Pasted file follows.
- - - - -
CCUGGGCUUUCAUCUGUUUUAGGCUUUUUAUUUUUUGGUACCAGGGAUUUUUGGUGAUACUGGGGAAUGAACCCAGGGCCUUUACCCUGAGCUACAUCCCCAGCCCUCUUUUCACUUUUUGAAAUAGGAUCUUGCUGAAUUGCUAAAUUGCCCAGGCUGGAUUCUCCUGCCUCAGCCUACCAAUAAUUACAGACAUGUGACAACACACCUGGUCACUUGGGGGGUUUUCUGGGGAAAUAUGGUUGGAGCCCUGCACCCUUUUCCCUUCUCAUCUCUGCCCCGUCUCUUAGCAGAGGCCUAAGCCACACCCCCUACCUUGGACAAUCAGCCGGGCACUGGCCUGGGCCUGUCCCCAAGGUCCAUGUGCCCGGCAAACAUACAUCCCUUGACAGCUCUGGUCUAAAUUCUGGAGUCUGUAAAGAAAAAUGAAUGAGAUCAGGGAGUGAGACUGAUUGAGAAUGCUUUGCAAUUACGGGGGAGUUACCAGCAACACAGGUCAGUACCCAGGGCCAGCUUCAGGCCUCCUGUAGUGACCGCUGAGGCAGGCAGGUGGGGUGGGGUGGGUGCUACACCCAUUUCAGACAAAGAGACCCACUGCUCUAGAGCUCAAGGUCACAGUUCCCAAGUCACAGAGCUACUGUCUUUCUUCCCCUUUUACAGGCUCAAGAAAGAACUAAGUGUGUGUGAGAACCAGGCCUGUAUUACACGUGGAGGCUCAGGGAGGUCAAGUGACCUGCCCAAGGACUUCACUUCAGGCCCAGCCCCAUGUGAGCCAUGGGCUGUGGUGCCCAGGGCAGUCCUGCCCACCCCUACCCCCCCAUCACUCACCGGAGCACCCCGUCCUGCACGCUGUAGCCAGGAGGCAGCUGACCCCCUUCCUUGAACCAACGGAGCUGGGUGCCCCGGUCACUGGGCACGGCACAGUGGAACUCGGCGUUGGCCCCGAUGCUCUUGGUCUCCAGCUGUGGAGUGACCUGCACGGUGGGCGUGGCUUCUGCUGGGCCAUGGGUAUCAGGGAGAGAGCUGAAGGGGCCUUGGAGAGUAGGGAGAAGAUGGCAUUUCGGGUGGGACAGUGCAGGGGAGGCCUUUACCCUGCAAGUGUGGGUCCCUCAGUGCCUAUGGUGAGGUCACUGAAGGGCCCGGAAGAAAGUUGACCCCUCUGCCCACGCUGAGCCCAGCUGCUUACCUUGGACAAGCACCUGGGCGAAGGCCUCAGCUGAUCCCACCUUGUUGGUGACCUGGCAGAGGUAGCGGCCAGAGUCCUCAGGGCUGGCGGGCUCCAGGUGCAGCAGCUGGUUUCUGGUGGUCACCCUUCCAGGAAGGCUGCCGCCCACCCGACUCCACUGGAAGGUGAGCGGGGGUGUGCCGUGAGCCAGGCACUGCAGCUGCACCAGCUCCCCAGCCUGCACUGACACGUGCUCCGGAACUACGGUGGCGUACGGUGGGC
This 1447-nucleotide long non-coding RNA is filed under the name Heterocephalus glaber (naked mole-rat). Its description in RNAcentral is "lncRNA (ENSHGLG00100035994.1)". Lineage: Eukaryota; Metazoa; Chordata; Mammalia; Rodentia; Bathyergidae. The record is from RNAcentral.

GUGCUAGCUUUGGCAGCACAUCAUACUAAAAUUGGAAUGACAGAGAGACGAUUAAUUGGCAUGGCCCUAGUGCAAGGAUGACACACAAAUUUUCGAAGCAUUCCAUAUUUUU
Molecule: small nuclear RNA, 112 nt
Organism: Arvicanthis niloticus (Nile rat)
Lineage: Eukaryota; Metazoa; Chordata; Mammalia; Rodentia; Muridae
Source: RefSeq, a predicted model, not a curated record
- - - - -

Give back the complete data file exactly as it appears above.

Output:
CCUGGGCUUUCAUCUGUUUUAGGCUUUUUAUUUUUUGGUACCAGGGAUUUUUGGUGAUACUGGGGAAUGAACCCAGGGCCUUUACCCUGAGCUACAUCCCCAGCCCUCUUUUCACUUUUUGAAAUAGGAUCUUGCUGAAUUGCUAAAUUGCCCAGGCUGGAUUCUCCUGCCUCAGCCUACCAAUAAUUACAGACAUGUGACAACACACCUGGUCACUUGGGGGGUUUUCUGGGGAAAUAUGGUUGGAGCCCUGCACCCUUUUCCCUUCUCAUCUCUGCCCCGUCUCUUAGCAGAGGCCUAAGCCACACCCCCUACCUUGGACAAUCAGCCGGGCACUGGCCUGGGCCUGUCCCCAAGGUCCAUGUGCCCGGCAAACAUACAUCCCUUGACAGCUCUGGUCUAAAUUCUGGAGUCUGUAAAGAAAAAUGAAUGAGAUCAGGGAGUGAGACUGAUUGAGAAUGCUUUGCAAUUACGGGGGAGUUACCAGCAACACAGGUCAGUACCCAGGGCCAGCUUCAGGCCUCCUGUAGUGACCGCUGAGGCAGGCAGGUGGGGUGGGGUGGGUGCUACACCCAUUUCAGACAAAGAGACCCACUGCUCUAGAGCUCAAGGUCACAGUUCCCAAGUCACAGAGCUACUGUCUUUCUUCCCCUUUUACAGGCUCAAGAAAGAACUAAGUGUGUGUGAGAACCAGGCCUGUAUUACACGUGGAGGCUCAGGGAGGUCAAGUGACCUGCCCAAGGACUUCACUUCAGGCCCAGCCCCAUGUGAGCCAUGGGCUGUGGUGCCCAGGGCAGUCCUGCCCACCCCUACCCCCCCAUCACUCACCGGAGCACCCCGUCCUGCACGCUGUAGCCAGGAGGCAGCUGACCCCCUUCCUUGAACCAACGGAGCUGGGUGCCCCGGUCACUGGGCACGGCACAGUGGAACUCGGCGUUGGCCCCGAUGCUCUUGGUCUCCAGCUGUGGAGUGACCUGCACGGUGGGCGUGGCUUCUGCUGGGCCAUGGGUAUCAGGGAGAGAGCUGAAGGGGCCUUGGAGAGUAGGGAGAAGAUGGCAUUUCGGGUGGGACAGUGCAGGGGAGGCCUUUACCCUGCAAGUGUGGGUCCCUCAGUGCCUAUGGUGAGGUCACUGAAGGGCCCGGAAGAAAGUUGACCCCUCUGCCCACGCUGAGCCCAGCUGCUUACCUUGGACAAGCACCUGGGCGAAGGCCUCAGCUGAUCCCACCUUGUUGGUGACCUGGCAGAGGUAGCGGCCAGAGUCCUCAGGGCUGGCGGGCUCCAGGUGCAGCAGCUGGUUUCUGGUGGUCACCCUUCCAGGAAGGCUGCCGCCCACCCGACUCCACUGGAAGGUGAGCGGGGGUGUGCCGUGAGCCAGGCACUGCAGCUGCACCAGCUCCCCAGCCUGCACUGACACGUGCUCCGGAACUACGGUGGCGUACGGUGGGC
This 1447-nucleotide long non-coding RNA is filed under the name Heterocephalus glaber (naked mole-rat). Its description in RNAcentral is "lncRNA (ENSHGLG00100035994.1)". Lineage: Eukaryota; Metazoa; Chordata; Mammalia; Rodentia; Bathyergidae. The record is from RNAcentral.

GUGCUAGCUUUGGCAGCACAUCAUACUAAAAUUGGAAUGACAGAGAGACGAUUAAUUGGCAUGGCCCUAGUGCAAGGAUGACACACAAAUUUUCGAAGCAUUCCAUAUUUUU
Molecule: small nuclear RNA, 112 nt
Organism: Arvicanthis niloticus (Nile rat)
Lineage: Eukaryota; Metazoa; Chordata; Mammalia; Rodentia; Muridae
Source: RefSeq, a predicted model, not a curated record